5. Anon:The world today is connected by Internet. Unlike the Easter Island days, good ideas are transmitted globally and instantly. And unlike Easter Island, we have the price mechanism. The wonder of the price mechanism is that it both reduces energy demand and creates more energy production, when needed.To wit, right now we have gluts in all fossil fuels, especially natural gas, but including crude oil. We are almost upon 2010–yet another year in which some terrible global calamity is assured due to oil shortages. Instead we have gluts, that an oil cartel –OPEC– is attempting to manipulate out of existence. In fact, I worry about USA oil shortages–due to thug oil states. There is no assurance that oil thug states will continue to supply oil, and they control the vast bulk of the world's oil supply. That is why I advocate a migration of our auto/truck fleets to CNG and PHEV, using the price mechanism to push things along, As in $4 a gallon gasoline taxes, phased in at a rate of $1 per year (25 cents per quarter). If OPEC overplays its hand, this will happen anyway. Easter Island has lessons, but let's not get doomy about them. It was an island ecosystem, and evidently they had a religious belief in rolling big stone heads around on logs (and I assume burning the logs and building houses out of them). Yes, not a good game plan.And as to my larger statement, "Man's stupendous productivity always wins"–well here we are, communicating by Internet, while the shortcomings of Easter Island were relegated to Easter Island. We have already triumphed over a wood-based fuel system. We have nukes, wind, solar, coal, natural gas, geothermal, hydro power and even oil-fired power plants. I guess we will have biomass power pants soon. I count nine new energy sources from the wood days. Like the wood-as-fuel days, I think we will easily surmount the Oil Age–indeed, I think it is possible we will migrate away from oil long before "we "run out" of oil. The PHEV is already close to commercialization.Imagine spending 2 cents a mile. Imagine an e-bike. If costs comes down on PHEVs–and they are looking at mass production in China–then who will want a simple ICE?The e-cars are said to accelerate like crazy, easily blow the doors off of an ICE. With an onboard generator, you have hundreds of miles in range.What a world. Wish I could live another 100 years.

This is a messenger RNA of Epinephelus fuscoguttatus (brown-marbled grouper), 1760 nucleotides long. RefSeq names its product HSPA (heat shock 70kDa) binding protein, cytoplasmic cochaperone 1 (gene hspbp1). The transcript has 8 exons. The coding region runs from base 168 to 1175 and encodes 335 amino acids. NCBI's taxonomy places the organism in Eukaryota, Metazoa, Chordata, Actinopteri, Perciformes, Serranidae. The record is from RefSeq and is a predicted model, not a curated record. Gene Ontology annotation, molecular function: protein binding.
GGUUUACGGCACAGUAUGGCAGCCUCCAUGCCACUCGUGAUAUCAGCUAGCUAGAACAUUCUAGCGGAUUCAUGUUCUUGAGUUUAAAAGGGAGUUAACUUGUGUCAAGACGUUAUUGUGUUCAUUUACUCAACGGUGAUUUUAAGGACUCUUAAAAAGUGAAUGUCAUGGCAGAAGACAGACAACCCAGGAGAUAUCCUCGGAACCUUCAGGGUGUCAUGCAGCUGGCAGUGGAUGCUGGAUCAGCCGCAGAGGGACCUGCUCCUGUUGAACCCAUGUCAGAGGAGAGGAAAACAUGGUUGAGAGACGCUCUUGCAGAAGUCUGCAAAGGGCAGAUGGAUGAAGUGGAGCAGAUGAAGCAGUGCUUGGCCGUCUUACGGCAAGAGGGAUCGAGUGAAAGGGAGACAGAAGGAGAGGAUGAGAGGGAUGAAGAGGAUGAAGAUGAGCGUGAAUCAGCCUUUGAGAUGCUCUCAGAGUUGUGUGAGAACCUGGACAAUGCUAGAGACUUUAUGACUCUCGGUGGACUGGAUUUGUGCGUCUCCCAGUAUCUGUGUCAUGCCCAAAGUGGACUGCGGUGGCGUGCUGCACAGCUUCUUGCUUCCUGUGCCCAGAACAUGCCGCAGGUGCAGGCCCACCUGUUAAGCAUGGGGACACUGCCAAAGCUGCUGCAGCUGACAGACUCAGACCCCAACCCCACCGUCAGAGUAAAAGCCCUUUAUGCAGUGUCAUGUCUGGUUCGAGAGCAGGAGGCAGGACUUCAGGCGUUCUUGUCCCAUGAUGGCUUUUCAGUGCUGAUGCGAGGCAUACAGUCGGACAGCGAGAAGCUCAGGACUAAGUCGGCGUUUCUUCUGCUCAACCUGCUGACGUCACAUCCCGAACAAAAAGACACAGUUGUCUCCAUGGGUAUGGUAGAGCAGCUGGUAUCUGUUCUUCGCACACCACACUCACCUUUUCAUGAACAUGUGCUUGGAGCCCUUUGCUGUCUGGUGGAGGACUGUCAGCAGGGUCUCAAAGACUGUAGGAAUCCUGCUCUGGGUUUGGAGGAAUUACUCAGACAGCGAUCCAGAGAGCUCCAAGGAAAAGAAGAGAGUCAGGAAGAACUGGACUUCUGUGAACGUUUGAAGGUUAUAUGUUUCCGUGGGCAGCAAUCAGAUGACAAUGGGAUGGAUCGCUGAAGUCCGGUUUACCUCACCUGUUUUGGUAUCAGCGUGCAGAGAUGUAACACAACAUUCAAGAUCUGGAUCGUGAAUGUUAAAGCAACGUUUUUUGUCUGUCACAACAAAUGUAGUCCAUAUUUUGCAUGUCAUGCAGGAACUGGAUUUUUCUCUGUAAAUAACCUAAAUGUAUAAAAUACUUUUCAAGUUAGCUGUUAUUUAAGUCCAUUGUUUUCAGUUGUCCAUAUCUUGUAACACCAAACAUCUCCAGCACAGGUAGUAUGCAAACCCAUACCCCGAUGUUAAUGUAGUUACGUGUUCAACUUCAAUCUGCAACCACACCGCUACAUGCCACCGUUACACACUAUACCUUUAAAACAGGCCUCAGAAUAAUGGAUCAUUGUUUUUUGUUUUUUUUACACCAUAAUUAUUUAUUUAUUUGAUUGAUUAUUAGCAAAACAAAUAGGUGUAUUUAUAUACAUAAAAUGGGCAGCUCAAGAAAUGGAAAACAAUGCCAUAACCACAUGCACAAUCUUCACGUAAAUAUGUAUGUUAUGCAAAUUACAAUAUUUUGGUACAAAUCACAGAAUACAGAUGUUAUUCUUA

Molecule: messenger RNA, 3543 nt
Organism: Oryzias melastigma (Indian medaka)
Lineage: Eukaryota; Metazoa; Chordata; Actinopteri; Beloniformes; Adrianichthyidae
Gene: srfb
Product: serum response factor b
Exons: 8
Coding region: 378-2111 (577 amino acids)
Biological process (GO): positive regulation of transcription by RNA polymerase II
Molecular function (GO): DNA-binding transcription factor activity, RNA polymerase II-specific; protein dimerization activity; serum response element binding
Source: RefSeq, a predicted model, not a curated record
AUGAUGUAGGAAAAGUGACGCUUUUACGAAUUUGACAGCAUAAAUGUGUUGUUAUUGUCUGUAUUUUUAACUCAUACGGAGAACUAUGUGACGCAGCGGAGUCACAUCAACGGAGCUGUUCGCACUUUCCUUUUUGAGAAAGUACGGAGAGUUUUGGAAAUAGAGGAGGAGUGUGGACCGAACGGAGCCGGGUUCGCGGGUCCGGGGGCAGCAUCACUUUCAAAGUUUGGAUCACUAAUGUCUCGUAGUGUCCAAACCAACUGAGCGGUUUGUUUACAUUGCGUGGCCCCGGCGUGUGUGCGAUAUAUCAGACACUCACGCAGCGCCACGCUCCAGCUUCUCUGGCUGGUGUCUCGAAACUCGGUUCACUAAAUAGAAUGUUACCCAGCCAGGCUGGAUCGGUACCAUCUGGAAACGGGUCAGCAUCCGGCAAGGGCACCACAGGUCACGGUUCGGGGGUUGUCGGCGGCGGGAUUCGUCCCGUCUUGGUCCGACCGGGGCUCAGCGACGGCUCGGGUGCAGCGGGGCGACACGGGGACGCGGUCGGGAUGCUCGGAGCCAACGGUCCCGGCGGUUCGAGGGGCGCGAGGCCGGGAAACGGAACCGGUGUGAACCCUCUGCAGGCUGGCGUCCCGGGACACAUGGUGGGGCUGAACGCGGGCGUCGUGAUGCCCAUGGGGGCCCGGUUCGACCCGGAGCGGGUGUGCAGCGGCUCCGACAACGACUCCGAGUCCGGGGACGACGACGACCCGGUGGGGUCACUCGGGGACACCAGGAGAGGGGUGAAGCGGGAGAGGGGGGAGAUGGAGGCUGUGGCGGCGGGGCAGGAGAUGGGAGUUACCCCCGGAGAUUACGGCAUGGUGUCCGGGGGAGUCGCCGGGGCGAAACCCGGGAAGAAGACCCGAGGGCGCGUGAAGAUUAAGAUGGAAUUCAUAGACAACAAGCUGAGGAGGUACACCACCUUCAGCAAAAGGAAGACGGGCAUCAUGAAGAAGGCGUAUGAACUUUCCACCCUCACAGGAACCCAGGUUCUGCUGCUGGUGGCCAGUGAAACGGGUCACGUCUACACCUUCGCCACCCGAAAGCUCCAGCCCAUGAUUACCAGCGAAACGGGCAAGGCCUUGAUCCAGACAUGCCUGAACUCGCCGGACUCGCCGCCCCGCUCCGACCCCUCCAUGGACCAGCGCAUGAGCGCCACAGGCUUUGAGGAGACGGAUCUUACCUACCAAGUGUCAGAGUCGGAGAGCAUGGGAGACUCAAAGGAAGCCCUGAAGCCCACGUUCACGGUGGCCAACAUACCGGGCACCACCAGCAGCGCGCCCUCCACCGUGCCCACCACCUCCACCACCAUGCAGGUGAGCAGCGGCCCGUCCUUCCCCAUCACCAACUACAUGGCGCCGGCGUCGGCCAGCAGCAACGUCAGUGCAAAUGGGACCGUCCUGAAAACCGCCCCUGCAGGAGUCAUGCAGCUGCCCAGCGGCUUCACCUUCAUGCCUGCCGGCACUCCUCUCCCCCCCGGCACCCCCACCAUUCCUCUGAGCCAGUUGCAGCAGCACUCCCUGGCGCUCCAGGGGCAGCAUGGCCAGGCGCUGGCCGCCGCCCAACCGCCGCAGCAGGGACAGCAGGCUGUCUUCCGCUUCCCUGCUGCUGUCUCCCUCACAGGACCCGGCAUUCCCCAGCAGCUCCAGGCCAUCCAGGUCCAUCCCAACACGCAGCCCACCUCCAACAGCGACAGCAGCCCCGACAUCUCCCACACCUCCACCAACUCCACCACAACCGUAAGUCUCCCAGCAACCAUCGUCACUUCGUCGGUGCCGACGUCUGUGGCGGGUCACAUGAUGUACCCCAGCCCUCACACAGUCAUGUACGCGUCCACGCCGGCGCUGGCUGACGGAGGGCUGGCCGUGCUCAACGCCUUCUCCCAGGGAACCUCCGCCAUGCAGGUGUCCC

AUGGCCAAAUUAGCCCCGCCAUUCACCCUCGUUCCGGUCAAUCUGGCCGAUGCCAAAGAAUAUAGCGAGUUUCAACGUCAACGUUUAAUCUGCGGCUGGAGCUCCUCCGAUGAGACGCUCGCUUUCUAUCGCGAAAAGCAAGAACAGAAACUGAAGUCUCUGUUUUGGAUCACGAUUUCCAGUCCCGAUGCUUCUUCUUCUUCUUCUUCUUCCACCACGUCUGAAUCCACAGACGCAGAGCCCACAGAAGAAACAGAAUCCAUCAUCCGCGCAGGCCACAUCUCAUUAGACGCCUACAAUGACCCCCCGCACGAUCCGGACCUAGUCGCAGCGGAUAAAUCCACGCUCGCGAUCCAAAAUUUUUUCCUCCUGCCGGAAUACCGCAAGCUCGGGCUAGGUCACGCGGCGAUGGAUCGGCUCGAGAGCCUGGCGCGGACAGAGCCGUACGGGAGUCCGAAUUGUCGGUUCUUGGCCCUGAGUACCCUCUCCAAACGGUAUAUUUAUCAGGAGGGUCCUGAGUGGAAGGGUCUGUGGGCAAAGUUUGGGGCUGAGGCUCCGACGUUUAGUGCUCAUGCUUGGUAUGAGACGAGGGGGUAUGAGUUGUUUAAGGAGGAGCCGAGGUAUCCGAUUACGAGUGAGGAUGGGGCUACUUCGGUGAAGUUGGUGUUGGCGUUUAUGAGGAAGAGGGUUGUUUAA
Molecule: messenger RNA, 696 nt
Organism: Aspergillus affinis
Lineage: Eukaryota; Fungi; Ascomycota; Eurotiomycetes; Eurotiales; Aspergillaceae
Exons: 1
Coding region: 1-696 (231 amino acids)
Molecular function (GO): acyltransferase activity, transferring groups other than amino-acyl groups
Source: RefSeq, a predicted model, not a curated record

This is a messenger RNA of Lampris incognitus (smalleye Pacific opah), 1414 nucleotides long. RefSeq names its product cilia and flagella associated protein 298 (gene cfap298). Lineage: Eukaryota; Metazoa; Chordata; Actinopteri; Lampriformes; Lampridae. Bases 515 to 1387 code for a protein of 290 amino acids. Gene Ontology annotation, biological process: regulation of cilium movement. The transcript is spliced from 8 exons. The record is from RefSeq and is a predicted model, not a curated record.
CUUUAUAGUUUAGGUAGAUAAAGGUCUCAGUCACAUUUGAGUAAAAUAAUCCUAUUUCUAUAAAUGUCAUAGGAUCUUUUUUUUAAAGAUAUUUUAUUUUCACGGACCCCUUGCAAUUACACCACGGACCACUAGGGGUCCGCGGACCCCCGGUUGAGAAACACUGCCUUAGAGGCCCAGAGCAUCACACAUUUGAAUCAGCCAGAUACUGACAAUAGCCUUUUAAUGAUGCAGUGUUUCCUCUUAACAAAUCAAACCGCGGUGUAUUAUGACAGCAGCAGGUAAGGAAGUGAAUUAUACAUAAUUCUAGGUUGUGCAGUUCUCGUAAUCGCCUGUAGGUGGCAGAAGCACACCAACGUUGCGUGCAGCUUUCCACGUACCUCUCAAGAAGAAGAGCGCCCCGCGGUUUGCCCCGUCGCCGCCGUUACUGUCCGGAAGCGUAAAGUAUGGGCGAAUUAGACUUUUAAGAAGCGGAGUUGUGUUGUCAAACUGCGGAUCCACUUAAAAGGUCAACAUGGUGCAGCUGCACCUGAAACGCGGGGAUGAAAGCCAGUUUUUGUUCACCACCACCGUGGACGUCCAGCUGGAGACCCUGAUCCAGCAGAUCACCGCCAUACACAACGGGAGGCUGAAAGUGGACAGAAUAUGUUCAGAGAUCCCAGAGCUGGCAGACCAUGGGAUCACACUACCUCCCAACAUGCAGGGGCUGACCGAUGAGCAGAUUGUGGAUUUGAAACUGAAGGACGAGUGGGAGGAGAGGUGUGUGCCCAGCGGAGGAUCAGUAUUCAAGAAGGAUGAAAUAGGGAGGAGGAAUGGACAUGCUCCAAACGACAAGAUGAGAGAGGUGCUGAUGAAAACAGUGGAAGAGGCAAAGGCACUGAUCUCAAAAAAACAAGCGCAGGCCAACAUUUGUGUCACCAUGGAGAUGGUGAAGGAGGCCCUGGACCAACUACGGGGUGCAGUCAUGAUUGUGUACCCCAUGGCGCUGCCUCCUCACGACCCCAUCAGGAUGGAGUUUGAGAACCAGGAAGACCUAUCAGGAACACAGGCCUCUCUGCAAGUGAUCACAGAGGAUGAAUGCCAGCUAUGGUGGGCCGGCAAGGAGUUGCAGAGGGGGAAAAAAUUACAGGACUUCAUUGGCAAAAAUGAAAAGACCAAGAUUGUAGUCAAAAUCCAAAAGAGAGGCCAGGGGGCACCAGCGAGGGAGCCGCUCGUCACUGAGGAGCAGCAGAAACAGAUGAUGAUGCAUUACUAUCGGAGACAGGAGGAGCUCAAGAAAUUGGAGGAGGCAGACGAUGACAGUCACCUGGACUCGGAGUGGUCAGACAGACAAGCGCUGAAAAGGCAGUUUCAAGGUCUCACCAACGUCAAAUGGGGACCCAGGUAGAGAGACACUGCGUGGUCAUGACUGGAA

Comment by Benny "Boom, No Doom" Cole | December 21, 2009

  6. Some might say it smells like Sh*t8) You do get use to it and it doesn't stink the whole season. It would be awful if the Nimby philosophy extended to Farms. The Pig reminds me of a cross between a Roomba and a RotoTiller.When I saw this post earlier today I thought I wouldn't hear any Troll like comments. There is your proof nothing is Troll Proof.

    Comment by takchess | December 21, 2009

  7. I'm surprised Rufus doesn't have one of these already.

    Comment by Wendell Mercantile | December 21, 2009

  8. Pigs is fer eatin.

    Comment by rufus | December 21, 2009

  9. Why not just run it through an anaerobic digester?More, and more Dairies are doing that.

    Comment by rufus | December 21, 2009

  10. Perhaps he's waiting for the E85 version.

    Comment by PeteS | December 21, 2009

  11. "Why not just run it through an anaerobic digester?"That is certainly what many municipalities have been doing for decades to reduce the volume of sludge — some making use of by-product methane.One issue with using digested sludge as a soil amendment has been the potential presence of heavy metals (depending on the source of the sludge). Could that issue have air quality implications if the intent is to burn the dried sludge?